Bradie Tennell’s short program was good enough for fifth place in the team event. (Lucy Nicholson/Reuters)

In Bradie Tennell, U.S. Figure Skating has found a competitor with elite technical ability and an unflappable demeanor — a 20-year-old who is seemingly impervious to pressure.

Making her Olympic debut in the team event of the 2018 Pyeong­Chang Games on Sunday, Tennell landed every jump in her short program — from her opening triple Lutz/triple toe combination to her triple loop — in a sparkly red dress that seemed to underscore her sense of belonging on her sport’s biggest stage.

Tennell’s spotless execution drew raves from NBC analyst Tara Lipinski, who was unapologetically blunt in assessing fellow American Nathan Chen’s disastrous short program in his Olympic debut two days earlier.

“She has never been under this type of pressure, and that’s her first skate?” said Lipinski, the 1998 Olympic champion. “This is a competitor.”

But the performance also revealed that, while Tennell can keep pace with the world’s elite skaters in technical ability, she has far to go in matching their artistry — the more subjective aspects of figure skating that are reflected in the component scores (skating skills, transitions, performance, composition and interpretation of the music).

In that regard, Olympic judges didn’t place Tennell in the same category as the Russian-born defending world champion Evgenia Medvedeva, 18, who earned a world record 81.06 points for her evocative short program to a Chopin nocturne. With a ballerina’s grace and diva’s range of emotion, Medvedeva also earned the highest component score, 38.23.

Tennell’s component marks were well behind, at 30.00. Still, she was thrilled with her error-free performance.

“It felt like I was doing another program in a practice session,” Tennell said. “[I told myself], ‘You’ve done this program a million times; it’s just a million and one.’ . . . I’m really happy. I don’t think I could have asked for a better first program at the Olympics.”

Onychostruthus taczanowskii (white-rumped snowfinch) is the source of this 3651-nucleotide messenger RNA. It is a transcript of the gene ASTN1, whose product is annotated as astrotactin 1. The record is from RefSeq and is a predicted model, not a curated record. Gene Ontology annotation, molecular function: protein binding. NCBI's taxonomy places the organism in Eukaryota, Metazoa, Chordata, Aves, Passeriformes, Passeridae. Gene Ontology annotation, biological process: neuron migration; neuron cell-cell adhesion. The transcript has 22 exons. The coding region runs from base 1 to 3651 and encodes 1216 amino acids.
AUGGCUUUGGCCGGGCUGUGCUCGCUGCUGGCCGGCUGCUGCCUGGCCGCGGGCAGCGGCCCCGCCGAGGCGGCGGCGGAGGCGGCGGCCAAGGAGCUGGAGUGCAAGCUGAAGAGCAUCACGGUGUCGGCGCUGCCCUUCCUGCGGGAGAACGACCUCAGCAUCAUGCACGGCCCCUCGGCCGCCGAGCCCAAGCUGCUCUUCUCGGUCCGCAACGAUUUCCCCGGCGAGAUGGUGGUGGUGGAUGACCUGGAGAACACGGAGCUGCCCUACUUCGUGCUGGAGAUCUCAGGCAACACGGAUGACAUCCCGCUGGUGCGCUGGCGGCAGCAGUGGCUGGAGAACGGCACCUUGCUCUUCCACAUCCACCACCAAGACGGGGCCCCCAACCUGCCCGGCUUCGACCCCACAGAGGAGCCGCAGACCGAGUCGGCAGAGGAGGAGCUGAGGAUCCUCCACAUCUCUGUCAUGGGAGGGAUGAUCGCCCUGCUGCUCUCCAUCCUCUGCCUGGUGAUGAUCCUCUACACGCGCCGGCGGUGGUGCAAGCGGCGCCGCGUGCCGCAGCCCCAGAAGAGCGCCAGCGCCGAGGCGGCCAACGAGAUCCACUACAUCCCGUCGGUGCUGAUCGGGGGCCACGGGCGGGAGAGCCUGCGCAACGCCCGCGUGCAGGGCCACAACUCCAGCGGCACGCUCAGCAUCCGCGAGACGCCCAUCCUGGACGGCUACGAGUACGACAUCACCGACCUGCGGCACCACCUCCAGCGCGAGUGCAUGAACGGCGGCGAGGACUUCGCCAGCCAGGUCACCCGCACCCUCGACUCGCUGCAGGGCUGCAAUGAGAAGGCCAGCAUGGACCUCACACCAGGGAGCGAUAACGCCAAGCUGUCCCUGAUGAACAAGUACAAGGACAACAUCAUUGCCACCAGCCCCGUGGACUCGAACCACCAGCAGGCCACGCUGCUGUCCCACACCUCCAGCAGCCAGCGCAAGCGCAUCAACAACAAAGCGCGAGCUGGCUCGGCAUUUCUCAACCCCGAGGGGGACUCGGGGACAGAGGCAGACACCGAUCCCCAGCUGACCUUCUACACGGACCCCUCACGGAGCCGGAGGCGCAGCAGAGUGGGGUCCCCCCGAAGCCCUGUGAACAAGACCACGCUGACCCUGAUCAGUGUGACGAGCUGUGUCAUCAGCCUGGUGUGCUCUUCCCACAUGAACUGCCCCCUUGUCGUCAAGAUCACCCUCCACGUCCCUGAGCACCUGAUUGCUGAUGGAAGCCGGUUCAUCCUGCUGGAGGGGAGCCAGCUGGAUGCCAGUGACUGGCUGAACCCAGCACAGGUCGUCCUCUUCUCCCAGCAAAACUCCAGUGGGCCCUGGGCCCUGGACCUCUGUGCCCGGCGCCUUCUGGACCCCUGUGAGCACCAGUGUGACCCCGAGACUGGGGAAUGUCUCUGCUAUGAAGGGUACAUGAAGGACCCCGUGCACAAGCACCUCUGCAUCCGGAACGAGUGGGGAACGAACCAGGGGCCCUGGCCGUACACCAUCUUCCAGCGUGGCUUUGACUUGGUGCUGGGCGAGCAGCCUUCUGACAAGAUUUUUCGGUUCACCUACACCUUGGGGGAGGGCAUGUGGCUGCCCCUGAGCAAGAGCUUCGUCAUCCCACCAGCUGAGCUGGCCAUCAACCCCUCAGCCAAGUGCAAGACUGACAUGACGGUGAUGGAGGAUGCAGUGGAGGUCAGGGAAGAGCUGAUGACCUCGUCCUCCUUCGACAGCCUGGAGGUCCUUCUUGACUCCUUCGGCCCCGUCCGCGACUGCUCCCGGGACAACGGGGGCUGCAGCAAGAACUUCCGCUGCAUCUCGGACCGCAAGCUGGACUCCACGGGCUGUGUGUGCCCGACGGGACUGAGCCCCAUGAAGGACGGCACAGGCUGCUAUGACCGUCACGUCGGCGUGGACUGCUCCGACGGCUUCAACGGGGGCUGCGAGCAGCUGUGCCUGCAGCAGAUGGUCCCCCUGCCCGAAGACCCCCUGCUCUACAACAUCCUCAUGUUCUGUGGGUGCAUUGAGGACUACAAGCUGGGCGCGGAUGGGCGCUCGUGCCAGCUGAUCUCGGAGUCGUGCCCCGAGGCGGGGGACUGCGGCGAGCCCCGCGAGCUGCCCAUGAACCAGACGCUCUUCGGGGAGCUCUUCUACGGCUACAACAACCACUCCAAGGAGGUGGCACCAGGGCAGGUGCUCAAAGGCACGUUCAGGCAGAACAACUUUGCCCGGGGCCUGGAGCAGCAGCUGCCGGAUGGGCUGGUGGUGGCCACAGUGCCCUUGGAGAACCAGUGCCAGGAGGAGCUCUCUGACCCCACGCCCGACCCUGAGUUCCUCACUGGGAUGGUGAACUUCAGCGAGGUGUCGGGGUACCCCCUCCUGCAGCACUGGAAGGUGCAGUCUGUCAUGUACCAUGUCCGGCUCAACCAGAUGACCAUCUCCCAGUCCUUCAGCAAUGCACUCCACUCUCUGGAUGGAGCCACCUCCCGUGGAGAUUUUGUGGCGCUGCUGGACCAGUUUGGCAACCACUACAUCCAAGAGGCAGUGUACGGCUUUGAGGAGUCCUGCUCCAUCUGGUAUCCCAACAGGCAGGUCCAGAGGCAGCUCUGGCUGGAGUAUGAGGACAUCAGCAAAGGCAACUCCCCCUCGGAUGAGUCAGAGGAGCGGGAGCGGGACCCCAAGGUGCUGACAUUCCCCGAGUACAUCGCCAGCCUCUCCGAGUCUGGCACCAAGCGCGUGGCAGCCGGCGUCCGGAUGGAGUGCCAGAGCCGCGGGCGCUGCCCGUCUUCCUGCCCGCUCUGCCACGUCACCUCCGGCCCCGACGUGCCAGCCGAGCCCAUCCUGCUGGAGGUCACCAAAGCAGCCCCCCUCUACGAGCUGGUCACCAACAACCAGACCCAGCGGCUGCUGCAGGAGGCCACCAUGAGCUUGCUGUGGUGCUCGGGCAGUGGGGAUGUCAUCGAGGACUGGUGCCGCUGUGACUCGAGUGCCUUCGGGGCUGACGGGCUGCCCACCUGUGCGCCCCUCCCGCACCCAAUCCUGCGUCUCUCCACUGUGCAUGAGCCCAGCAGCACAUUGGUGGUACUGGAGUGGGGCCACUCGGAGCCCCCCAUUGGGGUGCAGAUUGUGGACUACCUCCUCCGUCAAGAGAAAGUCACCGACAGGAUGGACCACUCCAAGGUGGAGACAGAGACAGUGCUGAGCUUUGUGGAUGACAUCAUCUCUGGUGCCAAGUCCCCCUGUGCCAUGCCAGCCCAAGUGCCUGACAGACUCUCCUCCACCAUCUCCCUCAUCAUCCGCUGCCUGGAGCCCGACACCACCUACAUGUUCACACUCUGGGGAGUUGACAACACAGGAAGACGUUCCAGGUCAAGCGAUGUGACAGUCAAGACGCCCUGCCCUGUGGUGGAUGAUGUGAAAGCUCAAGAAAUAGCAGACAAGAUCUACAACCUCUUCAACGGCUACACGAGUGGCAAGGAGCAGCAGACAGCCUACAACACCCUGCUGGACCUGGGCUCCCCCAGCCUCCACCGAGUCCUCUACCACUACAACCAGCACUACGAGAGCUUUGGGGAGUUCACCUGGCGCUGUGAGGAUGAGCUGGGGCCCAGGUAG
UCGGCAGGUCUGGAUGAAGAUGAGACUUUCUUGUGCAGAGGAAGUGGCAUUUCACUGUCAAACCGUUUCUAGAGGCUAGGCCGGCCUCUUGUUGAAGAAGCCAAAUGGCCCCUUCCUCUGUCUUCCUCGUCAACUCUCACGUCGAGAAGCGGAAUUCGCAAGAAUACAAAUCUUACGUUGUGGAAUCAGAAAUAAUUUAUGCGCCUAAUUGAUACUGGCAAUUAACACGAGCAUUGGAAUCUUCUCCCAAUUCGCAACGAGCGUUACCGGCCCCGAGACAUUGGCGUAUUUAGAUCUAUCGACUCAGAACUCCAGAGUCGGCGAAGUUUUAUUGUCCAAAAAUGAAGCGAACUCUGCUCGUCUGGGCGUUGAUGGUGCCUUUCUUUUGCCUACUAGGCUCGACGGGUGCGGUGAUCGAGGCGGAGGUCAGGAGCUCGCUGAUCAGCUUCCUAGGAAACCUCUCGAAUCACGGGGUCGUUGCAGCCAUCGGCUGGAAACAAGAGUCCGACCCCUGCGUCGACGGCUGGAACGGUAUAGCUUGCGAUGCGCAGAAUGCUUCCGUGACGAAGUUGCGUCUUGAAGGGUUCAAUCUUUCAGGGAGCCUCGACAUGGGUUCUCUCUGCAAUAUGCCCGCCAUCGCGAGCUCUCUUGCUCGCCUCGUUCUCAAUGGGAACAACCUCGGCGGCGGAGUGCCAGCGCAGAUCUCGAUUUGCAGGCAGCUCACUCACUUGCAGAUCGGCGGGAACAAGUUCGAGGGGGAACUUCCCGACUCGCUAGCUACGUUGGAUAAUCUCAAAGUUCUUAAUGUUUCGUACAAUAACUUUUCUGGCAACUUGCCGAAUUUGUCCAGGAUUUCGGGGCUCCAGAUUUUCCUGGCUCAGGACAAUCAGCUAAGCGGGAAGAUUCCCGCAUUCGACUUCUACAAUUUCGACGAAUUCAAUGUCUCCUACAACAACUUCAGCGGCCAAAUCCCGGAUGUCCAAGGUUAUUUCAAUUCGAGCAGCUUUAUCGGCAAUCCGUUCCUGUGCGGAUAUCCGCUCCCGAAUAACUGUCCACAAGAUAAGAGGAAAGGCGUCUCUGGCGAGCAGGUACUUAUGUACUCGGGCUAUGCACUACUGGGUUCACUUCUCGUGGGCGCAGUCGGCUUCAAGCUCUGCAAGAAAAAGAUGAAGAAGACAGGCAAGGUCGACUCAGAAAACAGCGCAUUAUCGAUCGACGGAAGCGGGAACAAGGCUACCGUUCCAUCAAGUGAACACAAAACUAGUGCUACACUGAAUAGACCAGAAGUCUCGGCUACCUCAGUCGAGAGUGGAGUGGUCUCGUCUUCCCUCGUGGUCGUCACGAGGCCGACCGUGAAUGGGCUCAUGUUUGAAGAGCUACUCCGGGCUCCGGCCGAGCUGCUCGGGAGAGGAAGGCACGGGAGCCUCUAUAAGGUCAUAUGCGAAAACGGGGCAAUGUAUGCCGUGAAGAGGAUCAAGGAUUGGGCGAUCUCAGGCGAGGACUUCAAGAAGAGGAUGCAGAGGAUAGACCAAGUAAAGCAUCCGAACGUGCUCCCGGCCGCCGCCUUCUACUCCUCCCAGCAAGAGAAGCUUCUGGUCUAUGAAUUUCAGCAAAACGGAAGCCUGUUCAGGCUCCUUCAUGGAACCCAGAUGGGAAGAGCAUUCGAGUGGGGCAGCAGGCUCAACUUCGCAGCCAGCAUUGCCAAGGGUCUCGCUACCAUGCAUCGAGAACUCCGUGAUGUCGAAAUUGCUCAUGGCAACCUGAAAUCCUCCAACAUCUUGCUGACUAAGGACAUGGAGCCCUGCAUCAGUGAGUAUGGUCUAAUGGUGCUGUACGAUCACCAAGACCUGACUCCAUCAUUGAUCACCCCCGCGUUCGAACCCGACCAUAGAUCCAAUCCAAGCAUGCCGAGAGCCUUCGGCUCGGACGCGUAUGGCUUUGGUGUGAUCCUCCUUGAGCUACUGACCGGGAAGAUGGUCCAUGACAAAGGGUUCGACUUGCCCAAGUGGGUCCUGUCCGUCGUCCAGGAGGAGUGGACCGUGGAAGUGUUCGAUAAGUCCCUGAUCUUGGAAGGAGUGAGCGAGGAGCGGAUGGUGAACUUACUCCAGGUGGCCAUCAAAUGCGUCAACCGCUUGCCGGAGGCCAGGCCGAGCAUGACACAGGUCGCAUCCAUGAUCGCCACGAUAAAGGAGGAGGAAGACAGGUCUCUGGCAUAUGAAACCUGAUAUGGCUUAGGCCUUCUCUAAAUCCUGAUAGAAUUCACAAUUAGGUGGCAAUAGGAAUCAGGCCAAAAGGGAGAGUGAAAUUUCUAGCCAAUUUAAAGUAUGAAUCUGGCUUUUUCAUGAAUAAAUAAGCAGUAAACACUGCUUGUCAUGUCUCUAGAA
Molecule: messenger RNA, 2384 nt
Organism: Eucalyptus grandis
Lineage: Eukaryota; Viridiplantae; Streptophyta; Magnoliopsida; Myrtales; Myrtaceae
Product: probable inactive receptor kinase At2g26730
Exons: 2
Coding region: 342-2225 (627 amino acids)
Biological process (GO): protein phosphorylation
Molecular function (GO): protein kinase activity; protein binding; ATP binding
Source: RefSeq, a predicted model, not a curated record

Medvedeva’s first-place marks earned 10 points toward the Olympic Athletes from Russia’s pursuit of a team medal. Russia, which is not being recognized at these Winter Games, is the defending gold medalist in the team event.

Despite Tennell’s technical proficiency, it was only good enough, in the judges’ eyes, to warrant fifth (at 68.94) among the field of 10. That earned the U.S. team six points. With the four-point swing in the women’s short programs, the OAR vaulted ahead of the United States to move into second, behind Canada, heading into Monday’s final round (which was slated to start at 8 p.m. Eastern time Sunday).

Only the top five nations would contend for medals Monday, when the ice dance and men’s and women’s free skates were to be performed. The U.S. team made two substitutions for the free skate, tapping rookie Adam Rippon, 28, and 24-year-old Mirai Nagasu, who finished fourth at the 2010 Vancouver Olympics.

Ice-dancing siblings Maia and Alex Shibutani, who got the United States off to a strong start Sunday with their well-received short program, would make the quick turnaround to compete their free dance Monday.

The Shibutanis’ dance blended elements of Mambo, cha-cha and Samba, and their score put them in first until Canadians Tessa Virtue and Scott Moir, the 2014 Sochi silver medalists, jumped ahead with a program set to a medley of the Rolling Stones’ “Sympathy for the Devil,” the Eagles’ “Hotel California” and Santana’s “Oye Como Va.”

Canada finished with 35 points entering Monday and appeared to have the gold clinched, barring calamity. The OAR was second (31), followed by the United States (29), with Japan and Italy (26) tied in fourth place.

For many sports fans, who tune into figure skating only once every four-year Olympic cycle, Sunday’s women’s short program offered the first look at Tennell, the 2018 U.S. champion, who had no international profile to speak of just six months ago.

She started skating at age 2. But after winning the U.S. junior title in 2015, she dropped off the competitive radar while dealing with injuries. In that span, Tennell said, her mother, a nurse, was her rock throughout.

Asked if she ever got nervous, Tennell confessed to butterflies the moment before she takes the ice for competition. That’s why she wears headphones — so she can listen to classic rock, like AC/DC and Boston, that pumps her up. Then, she said, the moment she hears her performance music, she’s on “autopilot.”